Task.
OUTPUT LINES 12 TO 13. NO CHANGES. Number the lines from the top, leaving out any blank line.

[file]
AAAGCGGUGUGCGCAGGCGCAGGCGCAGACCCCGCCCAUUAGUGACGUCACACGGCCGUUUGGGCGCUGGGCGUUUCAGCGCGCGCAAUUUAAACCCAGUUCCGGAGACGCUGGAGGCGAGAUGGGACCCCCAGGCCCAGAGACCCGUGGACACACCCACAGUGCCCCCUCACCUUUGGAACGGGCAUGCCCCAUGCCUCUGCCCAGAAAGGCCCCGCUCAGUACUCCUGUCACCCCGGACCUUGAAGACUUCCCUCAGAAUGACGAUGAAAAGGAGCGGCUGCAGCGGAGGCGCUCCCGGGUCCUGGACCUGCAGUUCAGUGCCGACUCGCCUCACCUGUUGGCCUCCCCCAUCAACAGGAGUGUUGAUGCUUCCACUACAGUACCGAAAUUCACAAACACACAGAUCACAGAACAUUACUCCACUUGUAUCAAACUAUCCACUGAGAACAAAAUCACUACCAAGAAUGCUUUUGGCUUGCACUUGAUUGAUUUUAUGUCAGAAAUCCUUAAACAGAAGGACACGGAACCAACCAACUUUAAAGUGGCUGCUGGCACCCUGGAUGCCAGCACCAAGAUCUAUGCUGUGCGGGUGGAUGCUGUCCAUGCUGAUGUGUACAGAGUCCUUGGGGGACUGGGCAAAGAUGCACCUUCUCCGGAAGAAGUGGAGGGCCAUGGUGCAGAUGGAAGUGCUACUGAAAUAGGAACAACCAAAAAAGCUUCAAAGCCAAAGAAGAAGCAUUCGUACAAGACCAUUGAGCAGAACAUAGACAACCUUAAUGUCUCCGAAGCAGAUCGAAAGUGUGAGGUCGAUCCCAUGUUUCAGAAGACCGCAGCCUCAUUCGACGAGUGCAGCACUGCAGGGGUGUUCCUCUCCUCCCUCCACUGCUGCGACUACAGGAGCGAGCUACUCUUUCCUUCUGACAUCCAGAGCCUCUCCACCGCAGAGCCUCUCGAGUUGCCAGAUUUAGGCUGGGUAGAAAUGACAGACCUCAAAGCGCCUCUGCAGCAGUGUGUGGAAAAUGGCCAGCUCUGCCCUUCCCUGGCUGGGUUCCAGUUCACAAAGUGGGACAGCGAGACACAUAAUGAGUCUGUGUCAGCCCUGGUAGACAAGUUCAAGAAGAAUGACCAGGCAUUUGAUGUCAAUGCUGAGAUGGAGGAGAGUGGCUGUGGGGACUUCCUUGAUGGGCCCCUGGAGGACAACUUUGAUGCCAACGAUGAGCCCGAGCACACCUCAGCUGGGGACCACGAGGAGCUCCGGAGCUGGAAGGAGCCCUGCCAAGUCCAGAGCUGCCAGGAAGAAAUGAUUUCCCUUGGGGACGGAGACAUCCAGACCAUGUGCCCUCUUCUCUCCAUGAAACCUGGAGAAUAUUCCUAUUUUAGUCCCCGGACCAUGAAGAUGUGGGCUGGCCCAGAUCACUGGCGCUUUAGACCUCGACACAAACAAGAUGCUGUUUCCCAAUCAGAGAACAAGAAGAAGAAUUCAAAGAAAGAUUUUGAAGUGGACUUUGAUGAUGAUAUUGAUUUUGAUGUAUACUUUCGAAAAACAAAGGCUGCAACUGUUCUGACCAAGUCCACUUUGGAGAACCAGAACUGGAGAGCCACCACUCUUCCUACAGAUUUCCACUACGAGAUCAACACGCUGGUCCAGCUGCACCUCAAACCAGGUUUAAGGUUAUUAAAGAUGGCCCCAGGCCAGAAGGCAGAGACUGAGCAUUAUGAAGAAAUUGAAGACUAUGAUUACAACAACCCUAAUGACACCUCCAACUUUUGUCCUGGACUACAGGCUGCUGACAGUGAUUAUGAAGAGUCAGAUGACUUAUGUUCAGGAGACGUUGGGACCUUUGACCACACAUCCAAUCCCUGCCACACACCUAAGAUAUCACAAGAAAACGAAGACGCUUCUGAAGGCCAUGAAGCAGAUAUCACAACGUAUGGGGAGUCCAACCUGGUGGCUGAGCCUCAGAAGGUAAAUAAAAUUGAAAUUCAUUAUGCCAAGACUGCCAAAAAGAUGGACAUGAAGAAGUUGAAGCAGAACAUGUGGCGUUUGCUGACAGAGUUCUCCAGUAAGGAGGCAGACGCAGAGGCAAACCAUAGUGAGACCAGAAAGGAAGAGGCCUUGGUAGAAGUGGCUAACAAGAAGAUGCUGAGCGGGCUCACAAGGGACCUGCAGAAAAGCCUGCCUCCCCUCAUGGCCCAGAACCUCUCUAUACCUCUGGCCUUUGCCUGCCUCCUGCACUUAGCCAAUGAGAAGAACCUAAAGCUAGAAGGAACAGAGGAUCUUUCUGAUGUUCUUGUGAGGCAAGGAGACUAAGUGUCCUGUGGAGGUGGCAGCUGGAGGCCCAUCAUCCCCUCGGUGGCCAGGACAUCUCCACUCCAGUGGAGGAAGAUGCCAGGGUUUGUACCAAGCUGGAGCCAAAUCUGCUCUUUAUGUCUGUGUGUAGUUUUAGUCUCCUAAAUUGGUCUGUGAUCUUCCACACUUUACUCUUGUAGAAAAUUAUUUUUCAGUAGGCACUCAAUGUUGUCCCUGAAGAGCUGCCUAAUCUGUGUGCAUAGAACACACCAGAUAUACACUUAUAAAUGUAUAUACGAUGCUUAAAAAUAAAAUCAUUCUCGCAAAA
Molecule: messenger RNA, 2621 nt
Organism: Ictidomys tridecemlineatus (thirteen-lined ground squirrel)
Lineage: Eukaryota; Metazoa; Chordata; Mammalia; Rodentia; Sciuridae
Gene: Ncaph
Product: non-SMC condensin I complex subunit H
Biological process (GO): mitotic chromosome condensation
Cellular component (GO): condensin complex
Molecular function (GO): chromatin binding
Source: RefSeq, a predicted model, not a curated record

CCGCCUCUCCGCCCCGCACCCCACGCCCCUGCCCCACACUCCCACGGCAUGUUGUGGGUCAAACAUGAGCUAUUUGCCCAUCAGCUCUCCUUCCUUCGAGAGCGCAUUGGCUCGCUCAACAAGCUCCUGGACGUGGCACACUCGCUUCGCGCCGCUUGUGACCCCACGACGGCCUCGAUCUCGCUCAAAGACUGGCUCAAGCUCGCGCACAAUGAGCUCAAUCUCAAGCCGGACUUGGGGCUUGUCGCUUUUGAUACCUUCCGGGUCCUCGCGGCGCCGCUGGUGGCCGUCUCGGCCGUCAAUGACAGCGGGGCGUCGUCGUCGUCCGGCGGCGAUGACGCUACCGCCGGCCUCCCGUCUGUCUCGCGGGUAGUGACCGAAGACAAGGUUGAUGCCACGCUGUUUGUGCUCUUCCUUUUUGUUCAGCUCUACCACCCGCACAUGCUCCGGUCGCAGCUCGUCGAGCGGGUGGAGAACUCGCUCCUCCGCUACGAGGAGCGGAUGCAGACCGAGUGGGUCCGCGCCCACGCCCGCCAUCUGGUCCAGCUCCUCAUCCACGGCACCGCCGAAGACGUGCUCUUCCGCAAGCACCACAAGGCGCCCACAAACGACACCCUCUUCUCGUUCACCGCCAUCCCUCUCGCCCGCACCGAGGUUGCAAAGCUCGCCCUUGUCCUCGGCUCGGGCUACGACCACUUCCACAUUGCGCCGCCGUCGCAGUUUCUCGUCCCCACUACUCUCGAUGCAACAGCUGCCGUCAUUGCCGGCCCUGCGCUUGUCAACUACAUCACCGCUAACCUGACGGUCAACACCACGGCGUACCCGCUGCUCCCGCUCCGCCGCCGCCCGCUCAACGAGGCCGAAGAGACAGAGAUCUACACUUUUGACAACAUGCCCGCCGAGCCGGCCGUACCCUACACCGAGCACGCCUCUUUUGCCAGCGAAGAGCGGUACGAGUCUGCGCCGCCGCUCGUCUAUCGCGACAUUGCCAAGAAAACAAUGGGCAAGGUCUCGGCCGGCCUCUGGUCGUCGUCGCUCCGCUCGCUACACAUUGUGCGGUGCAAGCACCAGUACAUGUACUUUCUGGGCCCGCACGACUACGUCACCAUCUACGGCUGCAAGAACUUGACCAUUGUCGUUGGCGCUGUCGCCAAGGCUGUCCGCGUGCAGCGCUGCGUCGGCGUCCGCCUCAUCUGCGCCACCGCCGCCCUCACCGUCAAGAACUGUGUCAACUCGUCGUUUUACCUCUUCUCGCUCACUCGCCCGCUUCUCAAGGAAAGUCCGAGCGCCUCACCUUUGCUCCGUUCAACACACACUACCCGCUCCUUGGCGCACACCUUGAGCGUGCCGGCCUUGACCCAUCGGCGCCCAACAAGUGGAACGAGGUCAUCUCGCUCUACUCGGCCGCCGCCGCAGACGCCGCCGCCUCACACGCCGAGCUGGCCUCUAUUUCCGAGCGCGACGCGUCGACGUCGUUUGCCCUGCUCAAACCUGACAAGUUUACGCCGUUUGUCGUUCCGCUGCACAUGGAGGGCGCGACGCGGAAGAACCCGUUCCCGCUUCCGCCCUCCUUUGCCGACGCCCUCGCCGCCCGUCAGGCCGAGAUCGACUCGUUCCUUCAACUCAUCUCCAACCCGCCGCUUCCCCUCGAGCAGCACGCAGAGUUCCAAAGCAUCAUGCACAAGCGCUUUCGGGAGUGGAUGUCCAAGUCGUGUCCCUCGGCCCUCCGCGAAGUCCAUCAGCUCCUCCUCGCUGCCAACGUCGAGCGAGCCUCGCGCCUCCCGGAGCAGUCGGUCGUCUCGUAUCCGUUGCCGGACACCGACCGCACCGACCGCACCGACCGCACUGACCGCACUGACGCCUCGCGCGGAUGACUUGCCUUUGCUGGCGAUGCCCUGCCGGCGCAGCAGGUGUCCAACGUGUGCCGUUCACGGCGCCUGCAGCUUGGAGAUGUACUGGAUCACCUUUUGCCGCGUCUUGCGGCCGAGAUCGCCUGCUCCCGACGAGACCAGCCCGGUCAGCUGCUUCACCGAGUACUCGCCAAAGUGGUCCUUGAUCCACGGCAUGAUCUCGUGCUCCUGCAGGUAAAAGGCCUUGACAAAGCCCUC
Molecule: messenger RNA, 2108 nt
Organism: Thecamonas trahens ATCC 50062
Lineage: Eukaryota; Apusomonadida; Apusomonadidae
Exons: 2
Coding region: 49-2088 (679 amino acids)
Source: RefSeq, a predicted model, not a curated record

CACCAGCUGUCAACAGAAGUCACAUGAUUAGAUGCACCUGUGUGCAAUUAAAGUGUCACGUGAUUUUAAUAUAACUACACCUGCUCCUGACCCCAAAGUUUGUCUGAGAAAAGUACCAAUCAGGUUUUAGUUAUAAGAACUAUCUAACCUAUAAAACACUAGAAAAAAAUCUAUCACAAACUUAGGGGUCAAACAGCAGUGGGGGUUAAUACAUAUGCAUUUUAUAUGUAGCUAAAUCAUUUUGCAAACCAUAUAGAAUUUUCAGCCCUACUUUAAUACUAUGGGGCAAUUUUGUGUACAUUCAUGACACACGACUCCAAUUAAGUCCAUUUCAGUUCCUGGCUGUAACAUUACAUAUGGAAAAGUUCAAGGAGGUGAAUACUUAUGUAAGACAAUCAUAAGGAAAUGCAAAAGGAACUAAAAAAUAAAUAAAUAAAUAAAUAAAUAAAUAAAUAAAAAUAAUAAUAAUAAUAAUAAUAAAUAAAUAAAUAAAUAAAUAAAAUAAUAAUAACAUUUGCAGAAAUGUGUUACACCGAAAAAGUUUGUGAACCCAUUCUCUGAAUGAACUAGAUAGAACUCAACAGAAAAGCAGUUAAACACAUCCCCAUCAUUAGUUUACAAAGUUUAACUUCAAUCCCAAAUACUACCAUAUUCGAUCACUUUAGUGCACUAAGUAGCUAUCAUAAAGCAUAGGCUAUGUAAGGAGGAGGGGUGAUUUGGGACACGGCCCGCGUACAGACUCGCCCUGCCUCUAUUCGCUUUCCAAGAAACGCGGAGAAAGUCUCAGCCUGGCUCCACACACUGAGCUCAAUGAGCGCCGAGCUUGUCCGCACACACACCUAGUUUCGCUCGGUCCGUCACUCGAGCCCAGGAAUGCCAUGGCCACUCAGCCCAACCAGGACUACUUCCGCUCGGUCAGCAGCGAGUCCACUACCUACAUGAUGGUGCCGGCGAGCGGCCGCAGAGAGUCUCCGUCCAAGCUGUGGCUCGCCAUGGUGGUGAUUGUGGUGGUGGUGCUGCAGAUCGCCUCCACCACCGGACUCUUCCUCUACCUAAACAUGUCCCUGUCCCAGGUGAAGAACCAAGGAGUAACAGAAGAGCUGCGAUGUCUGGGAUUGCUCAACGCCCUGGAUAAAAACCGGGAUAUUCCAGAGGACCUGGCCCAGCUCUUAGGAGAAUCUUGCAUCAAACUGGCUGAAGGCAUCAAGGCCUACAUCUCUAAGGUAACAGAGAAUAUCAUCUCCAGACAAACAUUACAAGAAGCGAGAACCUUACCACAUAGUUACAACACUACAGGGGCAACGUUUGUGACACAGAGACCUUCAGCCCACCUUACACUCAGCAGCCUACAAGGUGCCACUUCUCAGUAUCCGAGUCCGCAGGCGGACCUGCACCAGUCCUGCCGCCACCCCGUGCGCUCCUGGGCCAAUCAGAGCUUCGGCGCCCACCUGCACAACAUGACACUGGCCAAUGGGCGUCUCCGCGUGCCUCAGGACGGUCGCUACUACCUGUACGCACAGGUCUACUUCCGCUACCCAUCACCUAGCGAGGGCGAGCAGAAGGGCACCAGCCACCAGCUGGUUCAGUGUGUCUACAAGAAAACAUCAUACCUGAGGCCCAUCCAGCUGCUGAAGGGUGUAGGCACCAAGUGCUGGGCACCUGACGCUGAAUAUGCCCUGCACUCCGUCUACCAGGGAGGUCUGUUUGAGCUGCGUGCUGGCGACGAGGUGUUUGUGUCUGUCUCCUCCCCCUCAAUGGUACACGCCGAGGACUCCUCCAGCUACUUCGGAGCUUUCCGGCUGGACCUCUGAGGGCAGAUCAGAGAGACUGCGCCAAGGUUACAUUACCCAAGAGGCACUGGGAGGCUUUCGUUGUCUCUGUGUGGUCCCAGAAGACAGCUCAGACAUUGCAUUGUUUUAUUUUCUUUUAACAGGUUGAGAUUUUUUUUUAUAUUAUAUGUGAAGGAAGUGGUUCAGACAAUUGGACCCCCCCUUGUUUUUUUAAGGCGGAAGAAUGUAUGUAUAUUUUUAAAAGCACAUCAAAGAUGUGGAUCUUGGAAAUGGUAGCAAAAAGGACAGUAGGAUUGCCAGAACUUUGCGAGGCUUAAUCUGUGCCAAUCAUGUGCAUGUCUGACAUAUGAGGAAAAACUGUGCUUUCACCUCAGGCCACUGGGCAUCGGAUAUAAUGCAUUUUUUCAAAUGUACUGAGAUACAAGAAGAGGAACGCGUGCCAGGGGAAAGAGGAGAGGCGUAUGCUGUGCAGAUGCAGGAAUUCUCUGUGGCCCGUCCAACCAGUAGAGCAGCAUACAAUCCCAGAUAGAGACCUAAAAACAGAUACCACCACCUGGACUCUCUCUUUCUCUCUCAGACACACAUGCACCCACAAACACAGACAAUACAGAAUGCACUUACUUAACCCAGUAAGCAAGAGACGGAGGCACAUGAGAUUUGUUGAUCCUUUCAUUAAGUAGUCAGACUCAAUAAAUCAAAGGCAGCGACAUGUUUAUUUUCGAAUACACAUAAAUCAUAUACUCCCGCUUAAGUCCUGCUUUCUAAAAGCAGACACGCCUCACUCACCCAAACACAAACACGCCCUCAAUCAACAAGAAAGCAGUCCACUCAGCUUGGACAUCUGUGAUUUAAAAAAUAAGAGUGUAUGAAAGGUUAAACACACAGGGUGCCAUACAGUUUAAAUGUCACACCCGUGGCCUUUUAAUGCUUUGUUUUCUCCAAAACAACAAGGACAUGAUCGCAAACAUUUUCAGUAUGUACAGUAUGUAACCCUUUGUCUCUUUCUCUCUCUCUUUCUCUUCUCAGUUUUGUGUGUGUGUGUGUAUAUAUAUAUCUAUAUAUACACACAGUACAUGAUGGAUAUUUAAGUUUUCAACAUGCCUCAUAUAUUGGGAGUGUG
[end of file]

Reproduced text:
Molecule: messenger RNA, 2108 nt
Organism: Thecamonas trahens ATCC 50062